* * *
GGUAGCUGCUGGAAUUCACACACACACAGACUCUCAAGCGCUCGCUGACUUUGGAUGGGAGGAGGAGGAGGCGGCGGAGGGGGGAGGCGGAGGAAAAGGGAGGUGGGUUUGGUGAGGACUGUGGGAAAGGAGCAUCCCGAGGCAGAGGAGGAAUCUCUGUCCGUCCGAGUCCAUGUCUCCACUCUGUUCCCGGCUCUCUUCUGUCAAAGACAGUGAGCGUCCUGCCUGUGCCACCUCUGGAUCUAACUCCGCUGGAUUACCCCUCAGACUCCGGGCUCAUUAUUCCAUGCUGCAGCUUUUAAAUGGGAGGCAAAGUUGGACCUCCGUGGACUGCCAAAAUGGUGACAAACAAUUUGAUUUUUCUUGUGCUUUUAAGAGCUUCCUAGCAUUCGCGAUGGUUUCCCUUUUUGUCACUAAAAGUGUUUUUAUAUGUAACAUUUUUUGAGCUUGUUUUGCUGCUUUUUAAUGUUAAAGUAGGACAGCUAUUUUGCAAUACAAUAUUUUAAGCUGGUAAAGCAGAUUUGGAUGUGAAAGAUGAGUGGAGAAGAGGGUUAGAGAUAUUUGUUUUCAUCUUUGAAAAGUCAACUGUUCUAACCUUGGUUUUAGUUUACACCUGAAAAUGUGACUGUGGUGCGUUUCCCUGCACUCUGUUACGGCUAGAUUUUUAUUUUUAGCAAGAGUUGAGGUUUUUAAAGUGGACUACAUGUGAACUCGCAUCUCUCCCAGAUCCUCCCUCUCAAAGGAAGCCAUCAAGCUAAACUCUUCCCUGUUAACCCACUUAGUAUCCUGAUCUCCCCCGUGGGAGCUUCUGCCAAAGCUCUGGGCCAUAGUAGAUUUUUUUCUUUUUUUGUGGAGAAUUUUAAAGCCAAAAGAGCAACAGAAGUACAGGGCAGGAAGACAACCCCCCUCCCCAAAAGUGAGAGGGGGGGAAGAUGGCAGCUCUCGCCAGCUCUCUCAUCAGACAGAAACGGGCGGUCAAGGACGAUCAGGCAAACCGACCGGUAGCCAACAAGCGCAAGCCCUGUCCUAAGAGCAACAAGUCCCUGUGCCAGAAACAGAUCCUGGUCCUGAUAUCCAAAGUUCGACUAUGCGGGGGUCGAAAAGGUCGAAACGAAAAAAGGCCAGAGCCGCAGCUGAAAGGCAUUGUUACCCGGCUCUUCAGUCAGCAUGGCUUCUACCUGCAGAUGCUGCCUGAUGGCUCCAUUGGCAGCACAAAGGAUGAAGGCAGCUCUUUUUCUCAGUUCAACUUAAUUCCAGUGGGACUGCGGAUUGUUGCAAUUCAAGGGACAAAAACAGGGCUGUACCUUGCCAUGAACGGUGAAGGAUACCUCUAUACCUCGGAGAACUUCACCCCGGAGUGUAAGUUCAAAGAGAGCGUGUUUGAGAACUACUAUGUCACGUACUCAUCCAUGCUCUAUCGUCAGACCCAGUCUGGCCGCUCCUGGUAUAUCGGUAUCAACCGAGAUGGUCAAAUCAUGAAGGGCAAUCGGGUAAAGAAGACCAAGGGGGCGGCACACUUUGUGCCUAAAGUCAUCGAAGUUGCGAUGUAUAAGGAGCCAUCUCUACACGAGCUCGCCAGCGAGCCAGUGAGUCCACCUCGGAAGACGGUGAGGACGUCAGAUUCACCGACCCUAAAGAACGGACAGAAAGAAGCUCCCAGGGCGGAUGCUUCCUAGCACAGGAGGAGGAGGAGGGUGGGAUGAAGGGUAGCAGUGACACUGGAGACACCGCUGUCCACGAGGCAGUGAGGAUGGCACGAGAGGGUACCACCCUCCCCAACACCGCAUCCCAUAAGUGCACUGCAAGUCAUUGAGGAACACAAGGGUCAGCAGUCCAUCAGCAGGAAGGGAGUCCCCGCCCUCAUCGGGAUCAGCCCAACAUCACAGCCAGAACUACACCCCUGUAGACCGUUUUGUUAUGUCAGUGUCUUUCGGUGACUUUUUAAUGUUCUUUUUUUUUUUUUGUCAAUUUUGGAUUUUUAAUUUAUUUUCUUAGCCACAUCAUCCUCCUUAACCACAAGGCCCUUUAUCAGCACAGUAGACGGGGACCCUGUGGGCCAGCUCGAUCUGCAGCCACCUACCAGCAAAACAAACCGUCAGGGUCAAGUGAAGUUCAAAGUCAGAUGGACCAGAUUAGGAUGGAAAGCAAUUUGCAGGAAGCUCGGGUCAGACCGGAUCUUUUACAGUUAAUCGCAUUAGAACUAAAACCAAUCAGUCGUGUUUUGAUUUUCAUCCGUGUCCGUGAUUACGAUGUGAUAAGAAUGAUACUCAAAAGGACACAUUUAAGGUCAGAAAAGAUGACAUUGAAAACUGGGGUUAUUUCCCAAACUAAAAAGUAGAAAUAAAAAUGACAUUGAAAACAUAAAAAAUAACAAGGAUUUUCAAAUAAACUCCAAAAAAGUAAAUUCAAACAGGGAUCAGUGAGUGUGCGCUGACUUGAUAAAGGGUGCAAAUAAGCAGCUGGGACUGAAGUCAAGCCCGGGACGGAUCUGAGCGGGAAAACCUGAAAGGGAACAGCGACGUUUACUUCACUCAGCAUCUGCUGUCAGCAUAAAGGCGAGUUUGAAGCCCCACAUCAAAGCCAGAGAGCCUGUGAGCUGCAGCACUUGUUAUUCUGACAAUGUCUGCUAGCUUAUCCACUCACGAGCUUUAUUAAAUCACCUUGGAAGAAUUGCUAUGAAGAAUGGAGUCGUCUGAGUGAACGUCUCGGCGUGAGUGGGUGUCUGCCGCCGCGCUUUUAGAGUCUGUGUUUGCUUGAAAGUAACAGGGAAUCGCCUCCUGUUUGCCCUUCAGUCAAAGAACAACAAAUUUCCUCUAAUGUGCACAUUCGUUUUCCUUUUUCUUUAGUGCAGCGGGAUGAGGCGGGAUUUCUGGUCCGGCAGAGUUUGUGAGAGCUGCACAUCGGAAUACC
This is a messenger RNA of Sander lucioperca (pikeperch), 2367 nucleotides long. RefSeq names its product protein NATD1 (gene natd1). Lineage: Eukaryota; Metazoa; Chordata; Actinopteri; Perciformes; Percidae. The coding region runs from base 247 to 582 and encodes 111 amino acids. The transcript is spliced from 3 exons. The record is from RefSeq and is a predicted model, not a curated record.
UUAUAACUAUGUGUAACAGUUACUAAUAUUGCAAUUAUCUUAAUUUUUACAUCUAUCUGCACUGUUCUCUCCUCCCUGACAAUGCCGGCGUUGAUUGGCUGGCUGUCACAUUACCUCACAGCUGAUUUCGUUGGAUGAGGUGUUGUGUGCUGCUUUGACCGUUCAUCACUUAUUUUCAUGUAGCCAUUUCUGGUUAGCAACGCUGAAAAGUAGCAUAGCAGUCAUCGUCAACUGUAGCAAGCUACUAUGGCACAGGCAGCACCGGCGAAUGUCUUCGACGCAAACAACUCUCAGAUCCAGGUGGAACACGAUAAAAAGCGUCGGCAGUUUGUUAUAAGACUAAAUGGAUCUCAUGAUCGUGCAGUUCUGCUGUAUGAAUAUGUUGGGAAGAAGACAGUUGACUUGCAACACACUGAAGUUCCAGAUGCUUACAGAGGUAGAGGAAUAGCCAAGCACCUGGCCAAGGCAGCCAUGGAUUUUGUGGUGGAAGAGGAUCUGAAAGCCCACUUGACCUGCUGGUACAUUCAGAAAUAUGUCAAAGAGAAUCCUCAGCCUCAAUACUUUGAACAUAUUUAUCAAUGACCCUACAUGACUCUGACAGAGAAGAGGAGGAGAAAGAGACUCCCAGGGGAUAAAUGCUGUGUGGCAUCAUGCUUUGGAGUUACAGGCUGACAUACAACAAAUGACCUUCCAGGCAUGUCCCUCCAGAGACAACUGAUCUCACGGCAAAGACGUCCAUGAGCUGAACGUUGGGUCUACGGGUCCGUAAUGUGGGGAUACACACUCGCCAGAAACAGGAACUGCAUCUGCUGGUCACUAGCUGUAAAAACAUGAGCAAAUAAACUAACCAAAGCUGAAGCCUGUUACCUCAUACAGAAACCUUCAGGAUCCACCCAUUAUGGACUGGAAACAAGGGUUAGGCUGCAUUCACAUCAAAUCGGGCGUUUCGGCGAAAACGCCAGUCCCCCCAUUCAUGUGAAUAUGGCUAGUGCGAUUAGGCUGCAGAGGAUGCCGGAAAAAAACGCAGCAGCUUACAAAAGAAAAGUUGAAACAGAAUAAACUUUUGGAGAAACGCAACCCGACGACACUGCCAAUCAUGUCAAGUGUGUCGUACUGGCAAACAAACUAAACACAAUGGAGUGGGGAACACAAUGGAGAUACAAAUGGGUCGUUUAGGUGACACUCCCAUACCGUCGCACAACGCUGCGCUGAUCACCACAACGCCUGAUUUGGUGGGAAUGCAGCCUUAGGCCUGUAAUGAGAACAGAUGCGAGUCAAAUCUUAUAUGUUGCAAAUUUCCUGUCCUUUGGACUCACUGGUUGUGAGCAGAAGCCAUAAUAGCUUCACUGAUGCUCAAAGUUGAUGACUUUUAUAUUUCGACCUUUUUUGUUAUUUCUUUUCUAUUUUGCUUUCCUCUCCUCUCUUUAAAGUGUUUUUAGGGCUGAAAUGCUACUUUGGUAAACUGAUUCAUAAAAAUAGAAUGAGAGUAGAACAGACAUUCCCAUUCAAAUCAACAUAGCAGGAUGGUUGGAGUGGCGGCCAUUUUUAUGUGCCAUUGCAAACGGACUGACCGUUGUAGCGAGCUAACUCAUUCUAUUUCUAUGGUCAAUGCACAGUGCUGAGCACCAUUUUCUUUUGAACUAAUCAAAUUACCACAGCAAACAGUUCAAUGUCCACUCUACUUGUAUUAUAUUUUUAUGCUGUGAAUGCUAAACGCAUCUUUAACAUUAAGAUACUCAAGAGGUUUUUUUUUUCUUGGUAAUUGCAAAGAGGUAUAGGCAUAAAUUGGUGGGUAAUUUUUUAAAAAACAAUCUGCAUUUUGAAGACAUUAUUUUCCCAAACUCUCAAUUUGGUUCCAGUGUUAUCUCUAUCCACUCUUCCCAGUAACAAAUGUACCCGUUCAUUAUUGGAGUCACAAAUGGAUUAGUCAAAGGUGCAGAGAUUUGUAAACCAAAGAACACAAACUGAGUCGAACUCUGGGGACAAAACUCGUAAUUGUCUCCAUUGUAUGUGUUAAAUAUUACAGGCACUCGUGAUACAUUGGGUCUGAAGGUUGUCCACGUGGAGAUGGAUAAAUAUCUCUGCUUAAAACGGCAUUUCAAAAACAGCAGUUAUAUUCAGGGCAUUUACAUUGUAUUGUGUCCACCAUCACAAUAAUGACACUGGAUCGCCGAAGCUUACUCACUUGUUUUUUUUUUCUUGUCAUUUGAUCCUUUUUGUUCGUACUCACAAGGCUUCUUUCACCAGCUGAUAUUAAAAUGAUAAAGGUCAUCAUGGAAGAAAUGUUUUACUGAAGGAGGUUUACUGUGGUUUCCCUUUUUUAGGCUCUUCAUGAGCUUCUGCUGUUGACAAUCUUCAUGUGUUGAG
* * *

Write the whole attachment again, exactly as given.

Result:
GGUAGCUGCUGGAAUUCACACACACACAGACUCUCAAGCGCUCGCUGACUUUGGAUGGGAGGAGGAGGAGGCGGCGGAGGGGGGAGGCGGAGGAAAAGGGAGGUGGGUUUGGUGAGGACUGUGGGAAAGGAGCAUCCCGAGGCAGAGGAGGAAUCUCUGUCCGUCCGAGUCCAUGUCUCCACUCUGUUCCCGGCUCUCUUCUGUCAAAGACAGUGAGCGUCCUGCCUGUGCCACCUCUGGAUCUAACUCCGCUGGAUUACCCCUCAGACUCCGGGCUCAUUAUUCCAUGCUGCAGCUUUUAAAUGGGAGGCAAAGUUGGACCUCCGUGGACUGCCAAAAUGGUGACAAACAAUUUGAUUUUUCUUGUGCUUUUAAGAGCUUCCUAGCAUUCGCGAUGGUUUCCCUUUUUGUCACUAAAAGUGUUUUUAUAUGUAACAUUUUUUGAGCUUGUUUUGCUGCUUUUUAAUGUUAAAGUAGGACAGCUAUUUUGCAAUACAAUAUUUUAAGCUGGUAAAGCAGAUUUGGAUGUGAAAGAUGAGUGGAGAAGAGGGUUAGAGAUAUUUGUUUUCAUCUUUGAAAAGUCAACUGUUCUAACCUUGGUUUUAGUUUACACCUGAAAAUGUGACUGUGGUGCGUUUCCCUGCACUCUGUUACGGCUAGAUUUUUAUUUUUAGCAAGAGUUGAGGUUUUUAAAGUGGACUACAUGUGAACUCGCAUCUCUCCCAGAUCCUCCCUCUCAAAGGAAGCCAUCAAGCUAAACUCUUCCCUGUUAACCCACUUAGUAUCCUGAUCUCCCCCGUGGGAGCUUCUGCCAAAGCUCUGGGCCAUAGUAGAUUUUUUUCUUUUUUUGUGGAGAAUUUUAAAGCCAAAAGAGCAACAGAAGUACAGGGCAGGAAGACAACCCCCCUCCCCAAAAGUGAGAGGGGGGGAAGAUGGCAGCUCUCGCCAGCUCUCUCAUCAGACAGAAACGGGCGGUCAAGGACGAUCAGGCAAACCGACCGGUAGCCAACAAGCGCAAGCCCUGUCCUAAGAGCAACAAGUCCCUGUGCCAGAAACAGAUCCUGGUCCUGAUAUCCAAAGUUCGACUAUGCGGGGGUCGAAAAGGUCGAAACGAAAAAAGGCCAGAGCCGCAGCUGAAAGGCAUUGUUACCCGGCUCUUCAGUCAGCAUGGCUUCUACCUGCAGAUGCUGCCUGAUGGCUCCAUUGGCAGCACAAAGGAUGAAGGCAGCUCUUUUUCUCAGUUCAACUUAAUUCCAGUGGGACUGCGGAUUGUUGCAAUUCAAGGGACAAAAACAGGGCUGUACCUUGCCAUGAACGGUGAAGGAUACCUCUAUACCUCGGAGAACUUCACCCCGGAGUGUAAGUUCAAAGAGAGCGUGUUUGAGAACUACUAUGUCACGUACUCAUCCAUGCUCUAUCGUCAGACCCAGUCUGGCCGCUCCUGGUAUAUCGGUAUCAACCGAGAUGGUCAAAUCAUGAAGGGCAAUCGGGUAAAGAAGACCAAGGGGGCGGCACACUUUGUGCCUAAAGUCAUCGAAGUUGCGAUGUAUAAGGAGCCAUCUCUACACGAGCUCGCCAGCGAGCCAGUGAGUCCACCUCGGAAGACGGUGAGGACGUCAGAUUCACCGACCCUAAAGAACGGACAGAAAGAAGCUCCCAGGGCGGAUGCUUCCUAGCACAGGAGGAGGAGGAGGGUGGGAUGAAGGGUAGCAGUGACACUGGAGACACCGCUGUCCACGAGGCAGUGAGGAUGGCACGAGAGGGUACCACCCUCCCCAACACCGCAUCCCAUAAGUGCACUGCAAGUCAUUGAGGAACACAAGGGUCAGCAGUCCAUCAGCAGGAAGGGAGUCCCCGCCCUCAUCGGGAUCAGCCCAACAUCACAGCCAGAACUACACCCCUGUAGACCGUUUUGUUAUGUCAGUGUCUUUCGGUGACUUUUUAAUGUUCUUUUUUUUUUUUUGUCAAUUUUGGAUUUUUAAUUUAUUUUCUUAGCCACAUCAUCCUCCUUAACCACAAGGCCCUUUAUCAGCACAGUAGACGGGGACCCUGUGGGCCAGCUCGAUCUGCAGCCACCUACCAGCAAAACAAACCGUCAGGGUCAAGUGAAGUUCAAAGUCAGAUGGACCAGAUUAGGAUGGAAAGCAAUUUGCAGGAAGCUCGGGUCAGACCGGAUCUUUUACAGUUAAUCGCAUUAGAACUAAAACCAAUCAGUCGUGUUUUGAUUUUCAUCCGUGUCCGUGAUUACGAUGUGAUAAGAAUGAUACUCAAAAGGACACAUUUAAGGUCAGAAAAGAUGACAUUGAAAACUGGGGUUAUUUCCCAAACUAAAAAGUAGAAAUAAAAAUGACAUUGAAAACAUAAAAAAUAACAAGGAUUUUCAAAUAAACUCCAAAAAAGUAAAUUCAAACAGGGAUCAGUGAGUGUGCGCUGACUUGAUAAAGGGUGCAAAUAAGCAGCUGGGACUGAAGUCAAGCCCGGGACGGAUCUGAGCGGGAAAACCUGAAAGGGAACAGCGACGUUUACUUCACUCAGCAUCUGCUGUCAGCAUAAAGGCGAGUUUGAAGCCCCACAUCAAAGCCAGAGAGCCUGUGAGCUGCAGCACUUGUUAUUCUGACAAUGUCUGCUAGCUUAUCCACUCACGAGCUUUAUUAAAUCACCUUGGAAGAAUUGCUAUGAAGAAUGGAGUCGUCUGAGUGAACGUCUCGGCGUGAGUGGGUGUCUGCCGCCGCGCUUUUAGAGUCUGUGUUUGCUUGAAAGUAACAGGGAAUCGCCUCCUGUUUGCCCUUCAGUCAAAGAACAACAAAUUUCCUCUAAUGUGCACAUUCGUUUUCCUUUUUCUUUAGUGCAGCGGGAUGAGGCGGGAUUUCUGGUCCGGCAGAGUUUGUGAGAGCUGCACAUCGGAAUACC
This is a messenger RNA of Sander lucioperca (pikeperch), 2367 nucleotides long. RefSeq names its product protein NATD1 (gene natd1). Lineage: Eukaryota; Metazoa; Chordata; Actinopteri; Perciformes; Percidae. The coding region runs from base 247 to 582 and encodes 111 amino acids. The transcript is spliced from 3 exons. The record is from RefSeq and is a predicted model, not a curated record.
UUAUAACUAUGUGUAACAGUUACUAAUAUUGCAAUUAUCUUAAUUUUUACAUCUAUCUGCACUGUUCUCUCCUCCCUGACAAUGCCGGCGUUGAUUGGCUGGCUGUCACAUUACCUCACAGCUGAUUUCGUUGGAUGAGGUGUUGUGUGCUGCUUUGACCGUUCAUCACUUAUUUUCAUGUAGCCAUUUCUGGUUAGCAACGCUGAAAAGUAGCAUAGCAGUCAUCGUCAACUGUAGCAAGCUACUAUGGCACAGGCAGCACCGGCGAAUGUCUUCGACGCAAACAACUCUCAGAUCCAGGUGGAACACGAUAAAAAGCGUCGGCAGUUUGUUAUAAGACUAAAUGGAUCUCAUGAUCGUGCAGUUCUGCUGUAUGAAUAUGUUGGGAAGAAGACAGUUGACUUGCAACACACUGAAGUUCCAGAUGCUUACAGAGGUAGAGGAAUAGCCAAGCACCUGGCCAAGGCAGCCAUGGAUUUUGUGGUGGAAGAGGAUCUGAAAGCCCACUUGACCUGCUGGUACAUUCAGAAAUAUGUCAAAGAGAAUCCUCAGCCUCAAUACUUUGAACAUAUUUAUCAAUGACCCUACAUGACUCUGACAGAGAAGAGGAGGAGAAAGAGACUCCCAGGGGAUAAAUGCUGUGUGGCAUCAUGCUUUGGAGUUACAGGCUGACAUACAACAAAUGACCUUCCAGGCAUGUCCCUCCAGAGACAACUGAUCUCACGGCAAAGACGUCCAUGAGCUGAACGUUGGGUCUACGGGUCCGUAAUGUGGGGAUACACACUCGCCAGAAACAGGAACUGCAUCUGCUGGUCACUAGCUGUAAAAACAUGAGCAAAUAAACUAACCAAAGCUGAAGCCUGUUACCUCAUACAGAAACCUUCAGGAUCCACCCAUUAUGGACUGGAAACAAGGGUUAGGCUGCAUUCACAUCAAAUCGGGCGUUUCGGCGAAAACGCCAGUCCCCCCAUUCAUGUGAAUAUGGCUAGUGCGAUUAGGCUGCAGAGGAUGCCGGAAAAAAACGCAGCAGCUUACAAAAGAAAAGUUGAAACAGAAUAAACUUUUGGAGAAACGCAACCCGACGACACUGCCAAUCAUGUCAAGUGUGUCGUACUGGCAAACAAACUAAACACAAUGGAGUGGGGAACACAAUGGAGAUACAAAUGGGUCGUUUAGGUGACACUCCCAUACCGUCGCACAACGCUGCGCUGAUCACCACAACGCCUGAUUUGGUGGGAAUGCAGCCUUAGGCCUGUAAUGAGAACAGAUGCGAGUCAAAUCUUAUAUGUUGCAAAUUUCCUGUCCUUUGGACUCACUGGUUGUGAGCAGAAGCCAUAAUAGCUUCACUGAUGCUCAAAGUUGAUGACUUUUAUAUUUCGACCUUUUUUGUUAUUUCUUUUCUAUUUUGCUUUCCUCUCCUCUCUUUAAAGUGUUUUUAGGGCUGAAAUGCUACUUUGGUAAACUGAUUCAUAAAAAUAGAAUGAGAGUAGAACAGACAUUCCCAUUCAAAUCAACAUAGCAGGAUGGUUGGAGUGGCGGCCAUUUUUAUGUGCCAUUGCAAACGGACUGACCGUUGUAGCGAGCUAACUCAUUCUAUUUCUAUGGUCAAUGCACAGUGCUGAGCACCAUUUUCUUUUGAACUAAUCAAAUUACCACAGCAAACAGUUCAAUGUCCACUCUACUUGUAUUAUAUUUUUAUGCUGUGAAUGCUAAACGCAUCUUUAACAUUAAGAUACUCAAGAGGUUUUUUUUUUCUUGGUAAUUGCAAAGAGGUAUAGGCAUAAAUUGGUGGGUAAUUUUUUAAAAAACAAUCUGCAUUUUGAAGACAUUAUUUUCCCAAACUCUCAAUUUGGUUCCAGUGUUAUCUCUAUCCACUCUUCCCAGUAACAAAUGUACCCGUUCAUUAUUGGAGUCACAAAUGGAUUAGUCAAAGGUGCAGAGAUUUGUAAACCAAAGAACACAAACUGAGUCGAACUCUGGGGACAAAACUCGUAAUUGUCUCCAUUGUAUGUGUUAAAUAUUACAGGCACUCGUGAUACAUUGGGUCUGAAGGUUGUCCACGUGGAGAUGGAUAAAUAUCUCUGCUUAAAACGGCAUUUCAAAAACAGCAGUUAUAUUCAGGGCAUUUACAUUGUAUUGUGUCCACCAUCACAAUAAUGACACUGGAUCGCCGAAGCUUACUCACUUGUUUUUUUUUUCUUGUCAUUUGAUCCUUUUUGUUCGUACUCACAAGGCUUCUUUCACCAGCUGAUAUUAAAAUGAUAAAGGUCAUCAUGGAAGAAAUGUUUUACUGAAGGAGGUUUACUGUGGUUUCCCUUUUUUAGGCUCUUCAUGAGCUUCUGCUGUUGACAAUCUUCAUGUGUUGAG